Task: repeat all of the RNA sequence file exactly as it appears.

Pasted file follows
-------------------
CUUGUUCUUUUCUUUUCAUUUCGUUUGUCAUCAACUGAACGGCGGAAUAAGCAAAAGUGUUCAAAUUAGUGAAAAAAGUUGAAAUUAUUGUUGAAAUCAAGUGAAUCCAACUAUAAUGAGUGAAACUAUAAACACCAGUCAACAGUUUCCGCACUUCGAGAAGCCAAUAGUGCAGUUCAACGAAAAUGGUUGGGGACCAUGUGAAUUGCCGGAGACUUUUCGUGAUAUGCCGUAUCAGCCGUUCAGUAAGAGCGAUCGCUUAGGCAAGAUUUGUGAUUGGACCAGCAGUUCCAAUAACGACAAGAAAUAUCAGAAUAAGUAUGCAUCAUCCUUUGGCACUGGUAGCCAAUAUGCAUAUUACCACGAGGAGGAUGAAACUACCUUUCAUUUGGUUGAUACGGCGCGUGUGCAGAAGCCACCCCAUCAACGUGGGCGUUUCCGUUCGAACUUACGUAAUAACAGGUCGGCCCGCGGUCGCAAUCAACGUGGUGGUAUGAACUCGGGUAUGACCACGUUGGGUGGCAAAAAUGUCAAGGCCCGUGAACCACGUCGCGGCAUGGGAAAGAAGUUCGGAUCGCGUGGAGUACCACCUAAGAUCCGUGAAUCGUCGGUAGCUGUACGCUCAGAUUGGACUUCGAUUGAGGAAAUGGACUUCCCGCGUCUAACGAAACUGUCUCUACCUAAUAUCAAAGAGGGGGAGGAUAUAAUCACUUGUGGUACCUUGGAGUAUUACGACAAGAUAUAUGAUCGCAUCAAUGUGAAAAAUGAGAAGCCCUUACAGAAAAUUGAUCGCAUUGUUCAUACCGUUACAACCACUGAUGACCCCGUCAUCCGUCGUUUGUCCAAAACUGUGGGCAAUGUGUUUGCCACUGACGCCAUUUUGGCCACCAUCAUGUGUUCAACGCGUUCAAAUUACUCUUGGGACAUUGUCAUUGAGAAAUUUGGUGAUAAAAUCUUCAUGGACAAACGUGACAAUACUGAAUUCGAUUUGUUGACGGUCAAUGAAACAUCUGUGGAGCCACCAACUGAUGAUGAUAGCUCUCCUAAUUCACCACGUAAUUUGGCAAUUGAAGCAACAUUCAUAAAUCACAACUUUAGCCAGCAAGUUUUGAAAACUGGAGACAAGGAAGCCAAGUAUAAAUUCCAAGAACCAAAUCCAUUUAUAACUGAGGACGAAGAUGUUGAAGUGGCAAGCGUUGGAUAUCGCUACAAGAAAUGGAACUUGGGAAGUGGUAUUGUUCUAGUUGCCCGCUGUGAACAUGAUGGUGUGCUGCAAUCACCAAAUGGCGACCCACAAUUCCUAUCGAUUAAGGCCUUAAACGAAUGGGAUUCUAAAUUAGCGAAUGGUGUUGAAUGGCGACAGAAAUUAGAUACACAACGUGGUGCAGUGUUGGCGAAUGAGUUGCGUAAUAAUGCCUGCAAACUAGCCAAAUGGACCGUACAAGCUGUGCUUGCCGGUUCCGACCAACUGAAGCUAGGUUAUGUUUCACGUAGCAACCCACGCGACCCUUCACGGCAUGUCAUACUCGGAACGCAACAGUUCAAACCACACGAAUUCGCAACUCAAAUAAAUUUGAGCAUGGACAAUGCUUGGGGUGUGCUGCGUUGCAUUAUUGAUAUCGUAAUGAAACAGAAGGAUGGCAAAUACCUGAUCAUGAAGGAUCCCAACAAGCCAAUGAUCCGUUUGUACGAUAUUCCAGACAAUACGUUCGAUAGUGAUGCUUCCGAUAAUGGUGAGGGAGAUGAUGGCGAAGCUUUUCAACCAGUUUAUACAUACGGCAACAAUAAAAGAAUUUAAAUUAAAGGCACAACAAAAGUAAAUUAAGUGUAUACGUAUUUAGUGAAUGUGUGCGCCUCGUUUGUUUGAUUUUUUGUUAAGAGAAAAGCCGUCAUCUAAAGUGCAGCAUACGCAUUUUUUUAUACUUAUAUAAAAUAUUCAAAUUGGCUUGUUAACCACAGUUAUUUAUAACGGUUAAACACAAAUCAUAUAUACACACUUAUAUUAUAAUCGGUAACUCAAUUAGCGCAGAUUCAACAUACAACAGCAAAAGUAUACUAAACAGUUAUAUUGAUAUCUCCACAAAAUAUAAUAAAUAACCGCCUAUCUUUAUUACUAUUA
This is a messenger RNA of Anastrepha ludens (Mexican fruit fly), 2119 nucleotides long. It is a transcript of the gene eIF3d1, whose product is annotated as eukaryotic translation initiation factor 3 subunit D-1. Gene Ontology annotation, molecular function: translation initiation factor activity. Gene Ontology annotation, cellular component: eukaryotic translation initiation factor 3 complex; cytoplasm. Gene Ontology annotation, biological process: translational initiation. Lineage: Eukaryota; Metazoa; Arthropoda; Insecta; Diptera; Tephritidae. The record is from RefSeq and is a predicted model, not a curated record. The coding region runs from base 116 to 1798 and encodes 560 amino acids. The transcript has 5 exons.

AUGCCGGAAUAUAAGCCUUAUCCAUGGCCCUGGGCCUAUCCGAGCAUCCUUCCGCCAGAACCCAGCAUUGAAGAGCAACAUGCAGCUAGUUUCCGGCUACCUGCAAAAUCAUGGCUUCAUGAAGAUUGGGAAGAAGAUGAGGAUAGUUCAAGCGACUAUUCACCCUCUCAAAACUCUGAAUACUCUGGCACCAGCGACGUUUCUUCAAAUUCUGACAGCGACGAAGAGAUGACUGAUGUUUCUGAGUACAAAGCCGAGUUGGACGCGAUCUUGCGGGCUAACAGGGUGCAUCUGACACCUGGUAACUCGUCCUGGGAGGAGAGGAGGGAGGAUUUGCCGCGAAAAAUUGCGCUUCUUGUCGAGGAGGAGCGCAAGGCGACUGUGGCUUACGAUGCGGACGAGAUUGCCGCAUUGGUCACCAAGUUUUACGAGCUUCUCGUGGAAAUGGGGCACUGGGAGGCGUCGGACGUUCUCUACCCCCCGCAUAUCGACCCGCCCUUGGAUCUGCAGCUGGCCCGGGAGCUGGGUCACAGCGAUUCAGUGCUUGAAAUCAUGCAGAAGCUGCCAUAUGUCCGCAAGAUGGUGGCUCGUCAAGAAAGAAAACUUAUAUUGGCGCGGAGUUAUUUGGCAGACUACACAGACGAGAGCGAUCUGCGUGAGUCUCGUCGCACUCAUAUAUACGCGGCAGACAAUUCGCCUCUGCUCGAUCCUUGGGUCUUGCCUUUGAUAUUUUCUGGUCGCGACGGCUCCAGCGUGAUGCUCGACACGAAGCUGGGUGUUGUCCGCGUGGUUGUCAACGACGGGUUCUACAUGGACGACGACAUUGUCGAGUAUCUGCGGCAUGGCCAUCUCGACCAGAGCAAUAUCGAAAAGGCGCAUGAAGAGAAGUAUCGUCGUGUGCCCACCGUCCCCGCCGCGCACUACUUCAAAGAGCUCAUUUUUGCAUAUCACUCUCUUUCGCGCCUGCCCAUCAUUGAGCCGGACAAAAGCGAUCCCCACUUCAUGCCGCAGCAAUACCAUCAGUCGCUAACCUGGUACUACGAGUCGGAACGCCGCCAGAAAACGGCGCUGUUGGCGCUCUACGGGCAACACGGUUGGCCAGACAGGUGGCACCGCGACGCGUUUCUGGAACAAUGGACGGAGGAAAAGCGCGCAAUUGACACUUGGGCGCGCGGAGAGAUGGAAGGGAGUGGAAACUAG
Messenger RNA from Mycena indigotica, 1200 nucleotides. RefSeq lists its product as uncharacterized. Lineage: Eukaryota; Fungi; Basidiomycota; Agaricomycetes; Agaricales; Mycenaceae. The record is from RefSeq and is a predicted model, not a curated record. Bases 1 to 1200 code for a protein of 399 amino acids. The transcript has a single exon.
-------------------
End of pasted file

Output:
CUUGUUCUUUUCUUUUCAUUUCGUUUGUCAUCAACUGAACGGCGGAAUAAGCAAAAGUGUUCAAAUUAGUGAAAAAAGUUGAAAUUAUUGUUGAAAUCAAGUGAAUCCAACUAUAAUGAGUGAAACUAUAAACACCAGUCAACAGUUUCCGCACUUCGAGAAGCCAAUAGUGCAGUUCAACGAAAAUGGUUGGGGACCAUGUGAAUUGCCGGAGACUUUUCGUGAUAUGCCGUAUCAGCCGUUCAGUAAGAGCGAUCGCUUAGGCAAGAUUUGUGAUUGGACCAGCAGUUCCAAUAACGACAAGAAAUAUCAGAAUAAGUAUGCAUCAUCCUUUGGCACUGGUAGCCAAUAUGCAUAUUACCACGAGGAGGAUGAAACUACCUUUCAUUUGGUUGAUACGGCGCGUGUGCAGAAGCCACCCCAUCAACGUGGGCGUUUCCGUUCGAACUUACGUAAUAACAGGUCGGCCCGCGGUCGCAAUCAACGUGGUGGUAUGAACUCGGGUAUGACCACGUUGGGUGGCAAAAAUGUCAAGGCCCGUGAACCACGUCGCGGCAUGGGAAAGAAGUUCGGAUCGCGUGGAGUACCACCUAAGAUCCGUGAAUCGUCGGUAGCUGUACGCUCAGAUUGGACUUCGAUUGAGGAAAUGGACUUCCCGCGUCUAACGAAACUGUCUCUACCUAAUAUCAAAGAGGGGGAGGAUAUAAUCACUUGUGGUACCUUGGAGUAUUACGACAAGAUAUAUGAUCGCAUCAAUGUGAAAAAUGAGAAGCCCUUACAGAAAAUUGAUCGCAUUGUUCAUACCGUUACAACCACUGAUGACCCCGUCAUCCGUCGUUUGUCCAAAACUGUGGGCAAUGUGUUUGCCACUGACGCCAUUUUGGCCACCAUCAUGUGUUCAACGCGUUCAAAUUACUCUUGGGACAUUGUCAUUGAGAAAUUUGGUGAUAAAAUCUUCAUGGACAAACGUGACAAUACUGAAUUCGAUUUGUUGACGGUCAAUGAAACAUCUGUGGAGCCACCAACUGAUGAUGAUAGCUCUCCUAAUUCACCACGUAAUUUGGCAAUUGAAGCAACAUUCAUAAAUCACAACUUUAGCCAGCAAGUUUUGAAAACUGGAGACAAGGAAGCCAAGUAUAAAUUCCAAGAACCAAAUCCAUUUAUAACUGAGGACGAAGAUGUUGAAGUGGCAAGCGUUGGAUAUCGCUACAAGAAAUGGAACUUGGGAAGUGGUAUUGUUCUAGUUGCCCGCUGUGAACAUGAUGGUGUGCUGCAAUCACCAAAUGGCGACCCACAAUUCCUAUCGAUUAAGGCCUUAAACGAAUGGGAUUCUAAAUUAGCGAAUGGUGUUGAAUGGCGACAGAAAUUAGAUACACAACGUGGUGCAGUGUUGGCGAAUGAGUUGCGUAAUAAUGCCUGCAAACUAGCCAAAUGGACCGUACAAGCUGUGCUUGCCGGUUCCGACCAACUGAAGCUAGGUUAUGUUUCACGUAGCAACCCACGCGACCCUUCACGGCAUGUCAUACUCGGAACGCAACAGUUCAAACCACACGAAUUCGCAACUCAAAUAAAUUUGAGCAUGGACAAUGCUUGGGGUGUGCUGCGUUGCAUUAUUGAUAUCGUAAUGAAACAGAAGGAUGGCAAAUACCUGAUCAUGAAGGAUCCCAACAAGCCAAUGAUCCGUUUGUACGAUAUUCCAGACAAUACGUUCGAUAGUGAUGCUUCCGAUAAUGGUGAGGGAGAUGAUGGCGAAGCUUUUCAACCAGUUUAUACAUACGGCAACAAUAAAAGAAUUUAAAUUAAAGGCACAACAAAAGUAAAUUAAGUGUAUACGUAUUUAGUGAAUGUGUGCGCCUCGUUUGUUUGAUUUUUUGUUAAGAGAAAAGCCGUCAUCUAAAGUGCAGCAUACGCAUUUUUUUAUACUUAUAUAAAAUAUUCAAAUUGGCUUGUUAACCACAGUUAUUUAUAACGGUUAAACACAAAUCAUAUAUACACACUUAUAUUAUAAUCGGUAACUCAAUUAGCGCAGAUUCAACAUACAACAGCAAAAGUAUACUAAACAGUUAUAUUGAUAUCUCCACAAAAUAUAAUAAAUAACCGCCUAUCUUUAUUACUAUUA
This is a messenger RNA of Anastrepha ludens (Mexican fruit fly), 2119 nucleotides long. It is a transcript of the gene eIF3d1, whose product is annotated as eukaryotic translation initiation factor 3 subunit D-1. Gene Ontology annotation, molecular function: translation initiation factor activity. Gene Ontology annotation, cellular component: eukaryotic translation initiation factor 3 complex; cytoplasm. Gene Ontology annotation, biological process: translational initiation. Lineage: Eukaryota; Metazoa; Arthropoda; Insecta; Diptera; Tephritidae. The record is from RefSeq and is a predicted model, not a curated record. The coding region runs from base 116 to 1798 and encodes 560 amino acids. The transcript has 5 exons.

AUGCCGGAAUAUAAGCCUUAUCCAUGGCCCUGGGCCUAUCCGAGCAUCCUUCCGCCAGAACCCAGCAUUGAAGAGCAACAUGCAGCUAGUUUCCGGCUACCUGCAAAAUCAUGGCUUCAUGAAGAUUGGGAAGAAGAUGAGGAUAGUUCAAGCGACUAUUCACCCUCUCAAAACUCUGAAUACUCUGGCACCAGCGACGUUUCUUCAAAUUCUGACAGCGACGAAGAGAUGACUGAUGUUUCUGAGUACAAAGCCGAGUUGGACGCGAUCUUGCGGGCUAACAGGGUGCAUCUGACACCUGGUAACUCGUCCUGGGAGGAGAGGAGGGAGGAUUUGCCGCGAAAAAUUGCGCUUCUUGUCGAGGAGGAGCGCAAGGCGACUGUGGCUUACGAUGCGGACGAGAUUGCCGCAUUGGUCACCAAGUUUUACGAGCUUCUCGUGGAAAUGGGGCACUGGGAGGCGUCGGACGUUCUCUACCCCCCGCAUAUCGACCCGCCCUUGGAUCUGCAGCUGGCCCGGGAGCUGGGUCACAGCGAUUCAGUGCUUGAAAUCAUGCAGAAGCUGCCAUAUGUCCGCAAGAUGGUGGCUCGUCAAGAAAGAAAACUUAUAUUGGCGCGGAGUUAUUUGGCAGACUACACAGACGAGAGCGAUCUGCGUGAGUCUCGUCGCACUCAUAUAUACGCGGCAGACAAUUCGCCUCUGCUCGAUCCUUGGGUCUUGCCUUUGAUAUUUUCUGGUCGCGACGGCUCCAGCGUGAUGCUCGACACGAAGCUGGGUGUUGUCCGCGUGGUUGUCAACGACGGGUUCUACAUGGACGACGACAUUGUCGAGUAUCUGCGGCAUGGCCAUCUCGACCAGAGCAAUAUCGAAAAGGCGCAUGAAGAGAAGUAUCGUCGUGUGCCCACCGUCCCCGCCGCGCACUACUUCAAAGAGCUCAUUUUUGCAUAUCACUCUCUUUCGCGCCUGCCCAUCAUUGAGCCGGACAAAAGCGAUCCCCACUUCAUGCCGCAGCAAUACCAUCAGUCGCUAACCUGGUACUACGAGUCGGAACGCCGCCAGAAAACGGCGCUGUUGGCGCUCUACGGGCAACACGGUUGGCCAGACAGGUGGCACCGCGACGCGUUUCUGGAACAAUGGACGGAGGAAAAGCGCGCAAUUGACACUUGGGCGCGCGGAGAGAUGGAAGGGAGUGGAAACUAG
Messenger RNA from Mycena indigotica, 1200 nucleotides. RefSeq lists its product as uncharacterized. Lineage: Eukaryota; Fungi; Basidiomycota; Agaricomycetes; Agaricales; Mycenaceae. The record is from RefSeq and is a predicted model, not a curated record. Bases 1 to 1200 code for a protein of 399 amino acids. The transcript has a single exon.